Last week, I met a friend visiting Paris who decided to introduce me to a relative of hers: a lovely lady called Tamima. Having settled in France decades ago, Tamima worked as an interior designer shaping her life with objects and colors that embellish her Parisian home. With splashes of red and curious little artifacts sitting on shelves and side tables, the apartment is a shrine for beauty in all its manufactured forms. As we prepare a lunch, Tamima talks about her love Beirut, a city she has never ceased to long for. She looks around and says spaces here are too small. She misses living in a city that’s always basking under sunlight.

As I listen to her nostalgic musings, the same way I’ve listened to every expat’s walk down memory lane, my mind takes me back to The Future of Nostalgia by Svetlana Boym, who passed away last weekI've used her book as a key reading since I started Tales of a Non-Country. First believed to be a disease found amongst soldiers fighting on foreign land, nostalgia has since evolved into the imaginary space one believes once existed and longs for. One question pokes the back of my mind with each encounter: is nostalgia a delusion that is essential for basic survival?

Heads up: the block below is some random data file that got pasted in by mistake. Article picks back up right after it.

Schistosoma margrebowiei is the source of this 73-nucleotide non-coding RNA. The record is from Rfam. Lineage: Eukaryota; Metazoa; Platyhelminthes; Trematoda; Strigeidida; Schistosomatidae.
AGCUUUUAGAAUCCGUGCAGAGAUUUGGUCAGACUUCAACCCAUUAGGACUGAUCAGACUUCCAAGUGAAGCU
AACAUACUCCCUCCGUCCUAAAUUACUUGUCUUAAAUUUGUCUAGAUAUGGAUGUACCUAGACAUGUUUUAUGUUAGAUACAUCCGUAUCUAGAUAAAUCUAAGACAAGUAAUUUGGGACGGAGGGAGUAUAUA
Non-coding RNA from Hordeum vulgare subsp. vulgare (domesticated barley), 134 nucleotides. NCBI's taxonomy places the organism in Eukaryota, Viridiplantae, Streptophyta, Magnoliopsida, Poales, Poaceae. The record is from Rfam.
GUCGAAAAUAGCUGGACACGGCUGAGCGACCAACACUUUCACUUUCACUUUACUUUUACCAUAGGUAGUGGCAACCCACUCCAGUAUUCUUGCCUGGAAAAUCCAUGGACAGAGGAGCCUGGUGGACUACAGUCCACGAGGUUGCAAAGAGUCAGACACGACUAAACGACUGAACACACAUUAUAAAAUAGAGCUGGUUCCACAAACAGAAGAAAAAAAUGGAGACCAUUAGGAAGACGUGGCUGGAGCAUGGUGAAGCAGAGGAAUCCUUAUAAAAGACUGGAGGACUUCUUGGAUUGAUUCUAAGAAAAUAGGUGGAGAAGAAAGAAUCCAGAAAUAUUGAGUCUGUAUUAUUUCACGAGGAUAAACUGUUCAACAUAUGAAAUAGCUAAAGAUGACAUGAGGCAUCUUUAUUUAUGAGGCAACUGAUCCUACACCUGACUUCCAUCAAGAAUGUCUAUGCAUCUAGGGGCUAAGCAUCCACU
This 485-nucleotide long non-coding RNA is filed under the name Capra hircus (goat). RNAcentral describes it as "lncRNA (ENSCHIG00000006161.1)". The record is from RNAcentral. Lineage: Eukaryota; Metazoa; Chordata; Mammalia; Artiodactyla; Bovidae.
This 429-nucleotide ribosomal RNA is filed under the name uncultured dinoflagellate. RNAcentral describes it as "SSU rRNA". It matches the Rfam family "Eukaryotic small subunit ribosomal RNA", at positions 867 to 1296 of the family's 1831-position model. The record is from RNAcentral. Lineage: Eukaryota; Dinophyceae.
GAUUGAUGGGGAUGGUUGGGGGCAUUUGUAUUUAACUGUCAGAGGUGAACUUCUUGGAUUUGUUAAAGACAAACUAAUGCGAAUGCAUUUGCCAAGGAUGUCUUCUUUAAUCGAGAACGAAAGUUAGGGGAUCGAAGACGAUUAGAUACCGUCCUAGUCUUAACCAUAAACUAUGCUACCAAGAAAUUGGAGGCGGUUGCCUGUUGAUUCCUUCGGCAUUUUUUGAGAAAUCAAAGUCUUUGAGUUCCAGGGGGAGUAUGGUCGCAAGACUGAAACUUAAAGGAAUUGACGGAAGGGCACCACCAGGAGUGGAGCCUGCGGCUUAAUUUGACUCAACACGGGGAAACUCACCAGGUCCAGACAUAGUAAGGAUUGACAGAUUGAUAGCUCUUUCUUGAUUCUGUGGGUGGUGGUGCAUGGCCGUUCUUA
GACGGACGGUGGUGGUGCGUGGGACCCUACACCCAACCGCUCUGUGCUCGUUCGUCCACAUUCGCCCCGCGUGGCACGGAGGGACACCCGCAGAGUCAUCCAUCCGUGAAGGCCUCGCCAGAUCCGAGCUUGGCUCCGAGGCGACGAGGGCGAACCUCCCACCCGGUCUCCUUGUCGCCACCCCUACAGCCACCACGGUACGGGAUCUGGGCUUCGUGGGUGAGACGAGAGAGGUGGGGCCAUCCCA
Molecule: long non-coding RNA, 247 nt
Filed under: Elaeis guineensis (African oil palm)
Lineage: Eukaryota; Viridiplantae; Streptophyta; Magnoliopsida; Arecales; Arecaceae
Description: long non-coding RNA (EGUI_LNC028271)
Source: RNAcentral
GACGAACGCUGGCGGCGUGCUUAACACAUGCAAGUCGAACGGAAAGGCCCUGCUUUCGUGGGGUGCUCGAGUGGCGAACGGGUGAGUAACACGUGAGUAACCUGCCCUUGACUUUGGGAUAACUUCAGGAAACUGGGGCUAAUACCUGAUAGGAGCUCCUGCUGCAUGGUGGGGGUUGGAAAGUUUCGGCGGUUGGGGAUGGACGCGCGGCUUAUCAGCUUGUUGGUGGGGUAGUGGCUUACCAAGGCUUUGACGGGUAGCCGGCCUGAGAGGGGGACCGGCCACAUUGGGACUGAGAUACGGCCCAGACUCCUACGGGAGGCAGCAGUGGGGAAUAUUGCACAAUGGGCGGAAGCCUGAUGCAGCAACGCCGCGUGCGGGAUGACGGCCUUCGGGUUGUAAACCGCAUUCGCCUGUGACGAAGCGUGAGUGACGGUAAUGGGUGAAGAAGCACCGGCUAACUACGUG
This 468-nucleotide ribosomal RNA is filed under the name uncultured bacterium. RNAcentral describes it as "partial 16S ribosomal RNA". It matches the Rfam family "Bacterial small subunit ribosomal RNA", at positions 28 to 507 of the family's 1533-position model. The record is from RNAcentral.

Lara Atallah

Lara Atallah (born Beirut, Lebanon, based in Brooklyn, NY) is a visual artist working with photography. You can find the full list of blog posts from her Paris residency here. Additional images from Lara's residency are on Instagram, #paristearsheets.

 

(All images: Lara Atallah)



Posted by Lara Atallah on 8/9 | tags: photography portraiture tales of a non-country memory Georgia Fee artist residency artist-in-residence Paris lebanese diaspora nostalgia #paristearsheets Paris Tear Sheets